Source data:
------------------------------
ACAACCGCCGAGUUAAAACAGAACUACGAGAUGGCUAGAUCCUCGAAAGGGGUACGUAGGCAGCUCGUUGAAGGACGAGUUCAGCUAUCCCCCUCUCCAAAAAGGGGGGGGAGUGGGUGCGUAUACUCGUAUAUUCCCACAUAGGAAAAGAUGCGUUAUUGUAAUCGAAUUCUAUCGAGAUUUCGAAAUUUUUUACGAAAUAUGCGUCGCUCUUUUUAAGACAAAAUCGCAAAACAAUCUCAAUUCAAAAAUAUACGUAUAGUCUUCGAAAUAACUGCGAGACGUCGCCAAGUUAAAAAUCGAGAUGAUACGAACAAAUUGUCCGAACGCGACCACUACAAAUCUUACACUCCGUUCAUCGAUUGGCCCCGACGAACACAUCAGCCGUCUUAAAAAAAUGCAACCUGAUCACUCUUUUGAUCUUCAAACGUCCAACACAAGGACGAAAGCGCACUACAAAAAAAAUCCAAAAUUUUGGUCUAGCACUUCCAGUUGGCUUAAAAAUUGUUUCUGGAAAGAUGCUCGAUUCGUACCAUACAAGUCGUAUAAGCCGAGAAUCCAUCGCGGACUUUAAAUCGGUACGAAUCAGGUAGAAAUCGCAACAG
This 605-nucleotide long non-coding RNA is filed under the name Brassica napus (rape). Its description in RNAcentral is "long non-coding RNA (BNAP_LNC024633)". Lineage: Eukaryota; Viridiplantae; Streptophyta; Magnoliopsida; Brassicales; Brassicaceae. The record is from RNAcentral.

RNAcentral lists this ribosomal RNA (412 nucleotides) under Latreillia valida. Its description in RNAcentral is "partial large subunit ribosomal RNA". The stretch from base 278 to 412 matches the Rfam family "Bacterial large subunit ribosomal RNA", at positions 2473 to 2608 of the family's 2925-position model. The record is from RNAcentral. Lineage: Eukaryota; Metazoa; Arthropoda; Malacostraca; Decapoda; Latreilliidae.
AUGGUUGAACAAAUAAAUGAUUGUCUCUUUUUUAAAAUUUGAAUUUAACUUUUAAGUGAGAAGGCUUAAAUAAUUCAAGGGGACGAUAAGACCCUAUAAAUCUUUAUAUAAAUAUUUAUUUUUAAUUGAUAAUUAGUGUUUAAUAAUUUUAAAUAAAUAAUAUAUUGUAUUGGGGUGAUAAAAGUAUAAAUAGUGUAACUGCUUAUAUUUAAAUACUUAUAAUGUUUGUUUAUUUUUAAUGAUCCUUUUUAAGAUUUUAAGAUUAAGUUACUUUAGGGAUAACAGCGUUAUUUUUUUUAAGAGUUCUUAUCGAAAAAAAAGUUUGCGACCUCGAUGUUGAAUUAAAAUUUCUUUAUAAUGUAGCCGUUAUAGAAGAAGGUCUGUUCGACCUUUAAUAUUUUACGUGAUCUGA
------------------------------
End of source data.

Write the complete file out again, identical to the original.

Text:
ACAACCGCCGAGUUAAAACAGAACUACGAGAUGGCUAGAUCCUCGAAAGGGGUACGUAGGCAGCUCGUUGAAGGACGAGUUCAGCUAUCCCCCUCUCCAAAAAGGGGGGGGAGUGGGUGCGUAUACUCGUAUAUUCCCACAUAGGAAAAGAUGCGUUAUUGUAAUCGAAUUCUAUCGAGAUUUCGAAAUUUUUUACGAAAUAUGCGUCGCUCUUUUUAAGACAAAAUCGCAAAACAAUCUCAAUUCAAAAAUAUACGUAUAGUCUUCGAAAUAACUGCGAGACGUCGCCAAGUUAAAAAUCGAGAUGAUACGAACAAAUUGUCCGAACGCGACCACUACAAAUCUUACACUCCGUUCAUCGAUUGGCCCCGACGAACACAUCAGCCGUCUUAAAAAAAUGCAACCUGAUCACUCUUUUGAUCUUCAAACGUCCAACACAAGGACGAAAGCGCACUACAAAAAAAAUCCAAAAUUUUGGUCUAGCACUUCCAGUUGGCUUAAAAAUUGUUUCUGGAAAGAUGCUCGAUUCGUACCAUACAAGUCGUAUAAGCCGAGAAUCCAUCGCGGACUUUAAAUCGGUACGAAUCAGGUAGAAAUCGCAACAG
This 605-nucleotide long non-coding RNA is filed under the name Brassica napus (rape). Its description in RNAcentral is "long non-coding RNA (BNAP_LNC024633)". Lineage: Eukaryota; Viridiplantae; Streptophyta; Magnoliopsida; Brassicales; Brassicaceae. The record is from RNAcentral.

RNAcentral lists this ribosomal RNA (412 nucleotides) under Latreillia valida. Its description in RNAcentral is "partial large subunit ribosomal RNA". The stretch from base 278 to 412 matches the Rfam family "Bacterial large subunit ribosomal RNA", at positions 2473 to 2608 of the family's 2925-position model. The record is from RNAcentral. Lineage: Eukaryota; Metazoa; Arthropoda; Malacostraca; Decapoda; Latreilliidae.
AUGGUUGAACAAAUAAAUGAUUGUCUCUUUUUUAAAAUUUGAAUUUAACUUUUAAGUGAGAAGGCUUAAAUAAUUCAAGGGGACGAUAAGACCCUAUAAAUCUUUAUAUAAAUAUUUAUUUUUAAUUGAUAAUUAGUGUUUAAUAAUUUUAAAUAAAUAAUAUAUUGUAUUGGGGUGAUAAAAGUAUAAAUAGUGUAACUGCUUAUAUUUAAAUACUUAUAAUGUUUGUUUAUUUUUAAUGAUCCUUUUUAAGAUUUUAAGAUUAAGUUACUUUAGGGAUAACAGCGUUAUUUUUUUUAAGAGUUCUUAUCGAAAAAAAAGUUUGCGACCUCGAUGUUGAAUUAAAAUUUCUUUAUAAUGUAGCCGUUAUAGAAGAAGGUCUGUUCGACCUUUAAUAUUUUACGUGAUCUGA